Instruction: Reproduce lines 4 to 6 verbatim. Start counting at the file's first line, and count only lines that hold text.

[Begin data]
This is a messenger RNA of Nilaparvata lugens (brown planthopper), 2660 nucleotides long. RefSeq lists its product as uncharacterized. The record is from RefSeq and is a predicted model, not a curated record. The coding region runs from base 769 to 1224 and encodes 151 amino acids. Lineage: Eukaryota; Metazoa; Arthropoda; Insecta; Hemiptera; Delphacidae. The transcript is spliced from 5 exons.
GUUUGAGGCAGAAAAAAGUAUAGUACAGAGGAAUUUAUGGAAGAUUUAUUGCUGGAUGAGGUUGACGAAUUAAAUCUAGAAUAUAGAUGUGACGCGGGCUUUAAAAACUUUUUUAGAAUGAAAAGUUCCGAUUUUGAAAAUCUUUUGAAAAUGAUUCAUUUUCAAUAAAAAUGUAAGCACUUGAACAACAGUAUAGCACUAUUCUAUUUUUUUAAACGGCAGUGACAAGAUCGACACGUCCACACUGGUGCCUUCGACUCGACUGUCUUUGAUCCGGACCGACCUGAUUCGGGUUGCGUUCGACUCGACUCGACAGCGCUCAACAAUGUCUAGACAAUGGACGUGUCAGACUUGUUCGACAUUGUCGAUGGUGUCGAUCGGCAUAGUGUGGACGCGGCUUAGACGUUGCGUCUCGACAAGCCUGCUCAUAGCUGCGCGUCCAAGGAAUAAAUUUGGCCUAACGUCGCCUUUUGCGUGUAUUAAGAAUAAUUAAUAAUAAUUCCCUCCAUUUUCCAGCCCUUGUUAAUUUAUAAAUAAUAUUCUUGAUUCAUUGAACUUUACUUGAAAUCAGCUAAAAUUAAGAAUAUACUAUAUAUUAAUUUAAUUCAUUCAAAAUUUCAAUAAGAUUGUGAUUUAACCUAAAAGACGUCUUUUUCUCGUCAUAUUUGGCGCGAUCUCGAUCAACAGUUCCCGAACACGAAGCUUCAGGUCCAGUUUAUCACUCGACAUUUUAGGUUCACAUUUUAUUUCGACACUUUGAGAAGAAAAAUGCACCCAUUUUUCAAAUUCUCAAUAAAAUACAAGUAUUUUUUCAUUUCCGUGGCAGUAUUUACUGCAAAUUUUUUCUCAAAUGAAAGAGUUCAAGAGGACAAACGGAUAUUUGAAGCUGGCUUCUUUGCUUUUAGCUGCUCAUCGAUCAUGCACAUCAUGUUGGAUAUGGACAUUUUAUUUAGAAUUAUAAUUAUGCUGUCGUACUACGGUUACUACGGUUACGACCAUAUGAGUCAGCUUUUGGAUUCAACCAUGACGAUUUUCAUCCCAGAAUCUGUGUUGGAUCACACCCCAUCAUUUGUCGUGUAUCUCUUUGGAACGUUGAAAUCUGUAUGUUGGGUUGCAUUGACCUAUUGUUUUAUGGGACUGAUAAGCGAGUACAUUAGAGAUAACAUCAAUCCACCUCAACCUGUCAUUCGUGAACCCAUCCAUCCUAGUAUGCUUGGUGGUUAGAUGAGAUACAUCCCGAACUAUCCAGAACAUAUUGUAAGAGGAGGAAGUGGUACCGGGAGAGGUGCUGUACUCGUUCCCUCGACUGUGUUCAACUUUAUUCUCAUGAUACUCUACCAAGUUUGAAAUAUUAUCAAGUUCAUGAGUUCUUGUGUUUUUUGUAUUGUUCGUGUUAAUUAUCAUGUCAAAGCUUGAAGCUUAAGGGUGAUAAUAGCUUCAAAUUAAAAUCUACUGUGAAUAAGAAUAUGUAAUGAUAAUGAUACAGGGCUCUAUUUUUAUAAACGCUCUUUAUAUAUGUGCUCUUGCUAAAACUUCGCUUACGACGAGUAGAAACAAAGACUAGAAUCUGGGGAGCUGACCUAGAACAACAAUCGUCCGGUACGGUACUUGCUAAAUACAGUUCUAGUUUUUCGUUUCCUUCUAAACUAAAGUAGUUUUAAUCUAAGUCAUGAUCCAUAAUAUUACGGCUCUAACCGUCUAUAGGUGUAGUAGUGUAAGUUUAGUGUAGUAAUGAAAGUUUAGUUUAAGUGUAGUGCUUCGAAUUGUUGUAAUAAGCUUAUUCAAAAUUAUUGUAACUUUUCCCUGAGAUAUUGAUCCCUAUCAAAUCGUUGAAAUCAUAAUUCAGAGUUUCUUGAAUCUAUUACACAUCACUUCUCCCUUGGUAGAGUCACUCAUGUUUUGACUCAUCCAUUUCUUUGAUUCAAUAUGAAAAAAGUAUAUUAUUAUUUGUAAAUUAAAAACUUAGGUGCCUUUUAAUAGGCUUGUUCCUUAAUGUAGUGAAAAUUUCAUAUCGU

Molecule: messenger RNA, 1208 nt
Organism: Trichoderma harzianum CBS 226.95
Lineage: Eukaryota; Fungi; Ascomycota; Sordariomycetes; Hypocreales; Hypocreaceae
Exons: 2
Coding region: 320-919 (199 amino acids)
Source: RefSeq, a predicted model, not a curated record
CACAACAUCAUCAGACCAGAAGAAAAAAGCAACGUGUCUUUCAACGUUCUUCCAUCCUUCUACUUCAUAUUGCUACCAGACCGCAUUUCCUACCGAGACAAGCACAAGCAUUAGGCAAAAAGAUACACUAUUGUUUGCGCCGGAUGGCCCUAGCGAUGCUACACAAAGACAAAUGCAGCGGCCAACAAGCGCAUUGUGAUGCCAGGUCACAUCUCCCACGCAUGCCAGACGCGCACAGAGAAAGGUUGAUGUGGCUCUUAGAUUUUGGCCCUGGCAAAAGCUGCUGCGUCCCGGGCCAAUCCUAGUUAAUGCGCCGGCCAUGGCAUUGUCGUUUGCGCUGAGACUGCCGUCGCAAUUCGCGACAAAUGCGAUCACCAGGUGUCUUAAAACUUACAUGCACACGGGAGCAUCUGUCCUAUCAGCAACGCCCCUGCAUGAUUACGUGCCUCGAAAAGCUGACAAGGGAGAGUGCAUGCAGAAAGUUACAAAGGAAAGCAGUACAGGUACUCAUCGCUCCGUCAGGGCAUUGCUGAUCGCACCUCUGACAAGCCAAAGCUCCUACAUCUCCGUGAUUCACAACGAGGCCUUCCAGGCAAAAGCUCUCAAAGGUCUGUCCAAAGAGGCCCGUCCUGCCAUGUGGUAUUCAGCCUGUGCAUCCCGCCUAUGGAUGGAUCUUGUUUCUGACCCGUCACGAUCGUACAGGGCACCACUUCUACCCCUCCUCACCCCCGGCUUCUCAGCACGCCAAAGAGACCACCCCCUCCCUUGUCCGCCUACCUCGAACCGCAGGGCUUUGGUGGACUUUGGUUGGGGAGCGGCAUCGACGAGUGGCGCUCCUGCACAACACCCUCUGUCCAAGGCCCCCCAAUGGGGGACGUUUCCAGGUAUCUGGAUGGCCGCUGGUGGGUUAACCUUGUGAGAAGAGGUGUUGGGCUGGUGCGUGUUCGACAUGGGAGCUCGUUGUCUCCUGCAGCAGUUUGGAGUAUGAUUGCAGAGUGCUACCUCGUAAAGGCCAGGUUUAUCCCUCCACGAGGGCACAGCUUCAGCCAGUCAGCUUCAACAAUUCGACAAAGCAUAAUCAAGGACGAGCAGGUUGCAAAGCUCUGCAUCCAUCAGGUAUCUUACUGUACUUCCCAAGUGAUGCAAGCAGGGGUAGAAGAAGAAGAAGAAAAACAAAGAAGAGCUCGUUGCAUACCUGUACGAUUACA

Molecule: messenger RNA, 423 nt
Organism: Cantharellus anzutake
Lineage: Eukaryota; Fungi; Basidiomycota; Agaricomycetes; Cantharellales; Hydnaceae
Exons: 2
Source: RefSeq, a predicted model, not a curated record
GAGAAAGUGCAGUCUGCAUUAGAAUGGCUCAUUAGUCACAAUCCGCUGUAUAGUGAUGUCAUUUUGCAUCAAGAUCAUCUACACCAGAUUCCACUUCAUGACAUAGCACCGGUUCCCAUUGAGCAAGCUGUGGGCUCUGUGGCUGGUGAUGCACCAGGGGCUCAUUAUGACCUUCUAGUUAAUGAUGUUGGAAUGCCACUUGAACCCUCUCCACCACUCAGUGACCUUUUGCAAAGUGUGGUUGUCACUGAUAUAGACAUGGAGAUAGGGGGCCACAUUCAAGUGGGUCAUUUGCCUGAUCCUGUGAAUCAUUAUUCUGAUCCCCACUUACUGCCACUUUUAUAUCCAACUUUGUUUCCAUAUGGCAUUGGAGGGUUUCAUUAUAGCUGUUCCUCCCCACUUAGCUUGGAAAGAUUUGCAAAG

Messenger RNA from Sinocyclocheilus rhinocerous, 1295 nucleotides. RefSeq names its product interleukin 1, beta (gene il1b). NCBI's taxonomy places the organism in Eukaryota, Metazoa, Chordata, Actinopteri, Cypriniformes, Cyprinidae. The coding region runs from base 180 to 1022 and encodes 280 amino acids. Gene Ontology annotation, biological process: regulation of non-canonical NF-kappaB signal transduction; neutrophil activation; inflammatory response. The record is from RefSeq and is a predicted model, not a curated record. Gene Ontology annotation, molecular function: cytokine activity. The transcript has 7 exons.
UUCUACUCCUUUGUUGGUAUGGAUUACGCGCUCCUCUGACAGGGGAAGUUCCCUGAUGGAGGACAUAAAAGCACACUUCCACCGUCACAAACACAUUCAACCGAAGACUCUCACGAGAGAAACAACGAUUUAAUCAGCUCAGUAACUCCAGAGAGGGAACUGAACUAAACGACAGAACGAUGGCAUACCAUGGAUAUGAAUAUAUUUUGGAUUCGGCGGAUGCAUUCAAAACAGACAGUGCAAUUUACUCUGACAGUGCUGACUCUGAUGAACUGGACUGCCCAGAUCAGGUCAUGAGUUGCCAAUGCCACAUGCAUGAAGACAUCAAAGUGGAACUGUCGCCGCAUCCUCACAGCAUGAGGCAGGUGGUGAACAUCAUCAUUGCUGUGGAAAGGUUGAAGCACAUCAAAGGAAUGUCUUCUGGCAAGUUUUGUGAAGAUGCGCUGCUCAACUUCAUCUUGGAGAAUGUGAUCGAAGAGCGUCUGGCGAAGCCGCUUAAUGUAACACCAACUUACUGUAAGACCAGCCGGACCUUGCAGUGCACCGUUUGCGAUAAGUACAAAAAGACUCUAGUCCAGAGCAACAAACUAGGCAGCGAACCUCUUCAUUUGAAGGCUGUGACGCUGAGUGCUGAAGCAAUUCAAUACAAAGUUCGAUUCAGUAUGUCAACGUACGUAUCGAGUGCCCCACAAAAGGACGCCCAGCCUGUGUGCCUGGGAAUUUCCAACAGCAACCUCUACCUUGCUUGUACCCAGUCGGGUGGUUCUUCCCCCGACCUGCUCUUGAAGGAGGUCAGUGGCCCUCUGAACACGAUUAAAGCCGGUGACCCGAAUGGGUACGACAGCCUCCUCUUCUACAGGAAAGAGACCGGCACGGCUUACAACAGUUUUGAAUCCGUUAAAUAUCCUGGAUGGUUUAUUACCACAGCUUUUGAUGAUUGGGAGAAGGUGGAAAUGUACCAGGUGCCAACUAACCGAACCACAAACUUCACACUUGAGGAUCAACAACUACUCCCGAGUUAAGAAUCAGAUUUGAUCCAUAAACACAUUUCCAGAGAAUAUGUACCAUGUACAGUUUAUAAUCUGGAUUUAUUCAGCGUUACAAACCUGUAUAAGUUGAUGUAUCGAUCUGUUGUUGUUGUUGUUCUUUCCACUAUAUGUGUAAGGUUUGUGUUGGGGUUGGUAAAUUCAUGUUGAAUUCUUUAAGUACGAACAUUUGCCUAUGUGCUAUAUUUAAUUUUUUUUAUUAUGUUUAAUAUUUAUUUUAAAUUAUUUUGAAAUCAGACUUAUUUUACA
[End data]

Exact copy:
Organism: Trichoderma harzianum CBS 226.95
Lineage: Eukaryota; Fungi; Ascomycota; Sordariomycetes; Hypocreales; Hypocreaceae
Exons: 2